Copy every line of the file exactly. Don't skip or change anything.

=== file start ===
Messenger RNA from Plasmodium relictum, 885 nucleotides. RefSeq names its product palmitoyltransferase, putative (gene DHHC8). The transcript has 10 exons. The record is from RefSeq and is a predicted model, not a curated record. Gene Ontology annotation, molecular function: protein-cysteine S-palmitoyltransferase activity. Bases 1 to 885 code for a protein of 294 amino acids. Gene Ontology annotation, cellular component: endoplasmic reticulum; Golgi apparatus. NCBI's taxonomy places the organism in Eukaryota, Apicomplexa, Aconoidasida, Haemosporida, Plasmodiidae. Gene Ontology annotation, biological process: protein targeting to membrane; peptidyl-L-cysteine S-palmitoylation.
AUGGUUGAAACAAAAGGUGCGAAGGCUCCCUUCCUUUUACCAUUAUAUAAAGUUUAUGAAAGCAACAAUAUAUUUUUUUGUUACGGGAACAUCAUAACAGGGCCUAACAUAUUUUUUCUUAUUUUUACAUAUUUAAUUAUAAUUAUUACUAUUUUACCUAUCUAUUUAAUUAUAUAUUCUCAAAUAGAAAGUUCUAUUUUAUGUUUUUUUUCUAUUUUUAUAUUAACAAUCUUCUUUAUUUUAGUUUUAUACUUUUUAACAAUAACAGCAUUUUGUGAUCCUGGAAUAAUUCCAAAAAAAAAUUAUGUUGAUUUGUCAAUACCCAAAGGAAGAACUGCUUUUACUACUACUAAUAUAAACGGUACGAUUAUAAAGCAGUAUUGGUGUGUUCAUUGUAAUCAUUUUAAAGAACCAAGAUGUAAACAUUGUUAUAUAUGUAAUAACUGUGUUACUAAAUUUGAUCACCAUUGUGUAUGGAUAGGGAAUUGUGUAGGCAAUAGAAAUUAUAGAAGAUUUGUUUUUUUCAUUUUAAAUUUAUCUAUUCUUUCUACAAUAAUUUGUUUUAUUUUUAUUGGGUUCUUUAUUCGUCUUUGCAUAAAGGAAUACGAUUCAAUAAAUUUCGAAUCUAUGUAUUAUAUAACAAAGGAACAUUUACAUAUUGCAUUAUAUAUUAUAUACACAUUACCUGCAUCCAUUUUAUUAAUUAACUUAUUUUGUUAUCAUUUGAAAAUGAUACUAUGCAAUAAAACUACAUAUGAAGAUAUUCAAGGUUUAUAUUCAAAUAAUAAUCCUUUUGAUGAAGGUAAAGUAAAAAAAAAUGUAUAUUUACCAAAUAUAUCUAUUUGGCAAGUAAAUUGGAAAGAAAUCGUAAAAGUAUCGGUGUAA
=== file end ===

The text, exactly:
Messenger RNA from Plasmodium relictum, 885 nucleotides. RefSeq names its product palmitoyltransferase, putative (gene DHHC8). The transcript has 10 exons. The record is from RefSeq and is a predicted model, not a curated record. Gene Ontology annotation, molecular function: protein-cysteine S-palmitoyltransferase activity. Bases 1 to 885 code for a protein of 294 amino acids. Gene Ontology annotation, cellular component: endoplasmic reticulum; Golgi apparatus. NCBI's taxonomy places the organism in Eukaryota, Apicomplexa, Aconoidasida, Haemosporida, Plasmodiidae. Gene Ontology annotation, biological process: protein targeting to membrane; peptidyl-L-cysteine S-palmitoylation.
AUGGUUGAAACAAAAGGUGCGAAGGCUCCCUUCCUUUUACCAUUAUAUAAAGUUUAUGAAAGCAACAAUAUAUUUUUUUGUUACGGGAACAUCAUAACAGGGCCUAACAUAUUUUUUCUUAUUUUUACAUAUUUAAUUAUAAUUAUUACUAUUUUACCUAUCUAUUUAAUUAUAUAUUCUCAAAUAGAAAGUUCUAUUUUAUGUUUUUUUUCUAUUUUUAUAUUAACAAUCUUCUUUAUUUUAGUUUUAUACUUUUUAACAAUAACAGCAUUUUGUGAUCCUGGAAUAAUUCCAAAAAAAAAUUAUGUUGAUUUGUCAAUACCCAAAGGAAGAACUGCUUUUACUACUACUAAUAUAAACGGUACGAUUAUAAAGCAGUAUUGGUGUGUUCAUUGUAAUCAUUUUAAAGAACCAAGAUGUAAACAUUGUUAUAUAUGUAAUAACUGUGUUACUAAAUUUGAUCACCAUUGUGUAUGGAUAGGGAAUUGUGUAGGCAAUAGAAAUUAUAGAAGAUUUGUUUUUUUCAUUUUAAAUUUAUCUAUUCUUUCUACAAUAAUUUGUUUUAUUUUUAUUGGGUUCUUUAUUCGUCUUUGCAUAAAGGAAUACGAUUCAAUAAAUUUCGAAUCUAUGUAUUAUAUAACAAAGGAACAUUUACAUAUUGCAUUAUAUAUUAUAUACACAUUACCUGCAUCCAUUUUAUUAAUUAACUUAUUUUGUUAUCAUUUGAAAAUGAUACUAUGCAAUAAAACUACAUAUGAAGAUAUUCAAGGUUUAUAUUCAAAUAAUAAUCCUUUUGAUGAAGGUAAAGUAAAAAAAAAUGUAUAUUUACCAAAUAUAUCUAUUUGGCAAGUAAAUUGGAAAGAAAUCGUAAAAGUAUCGGUGUAA